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Preparing For the Next Viral Wave

The World Health Organization designated COVID-19 as a pandemic more than two years ago, and government regulations issued in response to this disease have created multiple problems.


The World Health Organization designated COVID-19 as a pandemic more than two years ago, and government regulations issued in response to this disease have created multiple problems. Based on recent events, many U.S. citizens seem ready to put all of these problems behind them. Negative responses to government dictums have ranged from truck convoys to outbursts of anger on public transportation. Part of this frustration has been fueled by perceptions the resulting regulations were onerous and arbitrary — and have not proven particularly effective. This was exacerbated when multiple government officials were seen without masks in places where rules dictated the use of masking. Not long ago, a Florida judge declared the COVID-19 mask mandate for public transportation unlawful. As a result, government mandates on mask restrictions on these carriers have been dropped.

A recent article in the The Economist looked at how the United States has responded to the pandemic, and detailed how we need to prepare for the next viral wave. The U.S. Centers for Disease Control and Prevention estimates that a million people have died from COVID-19 in this country. If this is accurate, America has the highest death rate among First World countries — a rate that nearly doubles the average number of deaths in countries in the same category. The article points out that America struggled to vaccinate its citizens, and in this regard fell far behind Canada, Britain and the European Union. 

The United States also lagged in detecting the virus and ranked 36th in the world in terms of sequencing SARS-CoV-2. This hindered early recognition and response to new variants. Part of this had to do with the government’s slow response to developing and distributing test kits. Citizens in Britain had access to free rapid test kits more than a year before they were available in this country.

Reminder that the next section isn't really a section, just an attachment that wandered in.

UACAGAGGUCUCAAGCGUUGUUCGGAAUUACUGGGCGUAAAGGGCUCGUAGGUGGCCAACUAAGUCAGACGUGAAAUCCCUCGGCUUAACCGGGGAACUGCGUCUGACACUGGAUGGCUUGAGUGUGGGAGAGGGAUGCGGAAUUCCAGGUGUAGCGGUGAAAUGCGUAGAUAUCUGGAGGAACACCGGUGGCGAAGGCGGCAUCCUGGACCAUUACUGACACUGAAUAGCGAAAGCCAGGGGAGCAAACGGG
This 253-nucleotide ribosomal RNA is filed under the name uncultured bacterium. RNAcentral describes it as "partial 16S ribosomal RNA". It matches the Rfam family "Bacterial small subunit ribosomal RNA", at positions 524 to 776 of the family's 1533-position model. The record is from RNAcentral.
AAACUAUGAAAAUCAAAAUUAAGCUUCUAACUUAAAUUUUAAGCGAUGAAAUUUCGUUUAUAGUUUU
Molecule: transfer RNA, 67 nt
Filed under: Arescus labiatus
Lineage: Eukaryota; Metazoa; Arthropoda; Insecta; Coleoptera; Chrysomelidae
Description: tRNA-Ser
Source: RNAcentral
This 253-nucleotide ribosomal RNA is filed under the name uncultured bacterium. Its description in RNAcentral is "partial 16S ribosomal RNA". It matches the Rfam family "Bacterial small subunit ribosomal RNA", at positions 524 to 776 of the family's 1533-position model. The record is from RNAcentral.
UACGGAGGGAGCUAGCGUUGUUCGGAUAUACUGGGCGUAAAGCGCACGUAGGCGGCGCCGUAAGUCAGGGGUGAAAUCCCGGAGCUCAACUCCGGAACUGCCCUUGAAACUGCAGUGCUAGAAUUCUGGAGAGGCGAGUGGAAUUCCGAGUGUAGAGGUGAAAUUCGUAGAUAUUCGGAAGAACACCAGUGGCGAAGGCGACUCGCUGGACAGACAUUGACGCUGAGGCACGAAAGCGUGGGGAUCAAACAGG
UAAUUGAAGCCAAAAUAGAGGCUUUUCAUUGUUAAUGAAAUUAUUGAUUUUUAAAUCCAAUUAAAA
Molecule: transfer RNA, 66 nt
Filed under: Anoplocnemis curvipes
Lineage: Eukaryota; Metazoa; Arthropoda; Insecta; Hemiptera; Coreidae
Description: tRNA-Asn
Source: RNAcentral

The majority of public health officials agree that though the current pandemic is waning, another is just around the corner. They strongly suggest we prepare now so we don’t get caught short again when the next virus appears.

To this end, the White House released a National COVID-19 Preparedness Plan in March. The plan has multiple parts: it seeks to prevent, detect and treat emerging SARS-CoV-2 variants, prevent (where possible) economic and educational lockdowns, and continue to encourage vaccination. This includes plans for more efficient data collection and virus sequencing. To be effective, this plan must be funded by the government and acted upon by local, state and federal authorities. Megan L. Ranney, MD, MPH, academic dean of Brown University’s School of Public Health, opined, “It’s not a typical American thing to say that we’re going to commit resources ahead of time. I hope we have learned our lesson.”

It is unfortunate, but true, that many of the policies of our federal, state and local governments exacerbated the suffering of our citizens. One would hope that when the next pandemic arrives, we are better prepared.

Thomas G. Wilson Jr., DDS
Editor in Chief

From Decisions in Dentistry. June 2022;8(6):6.

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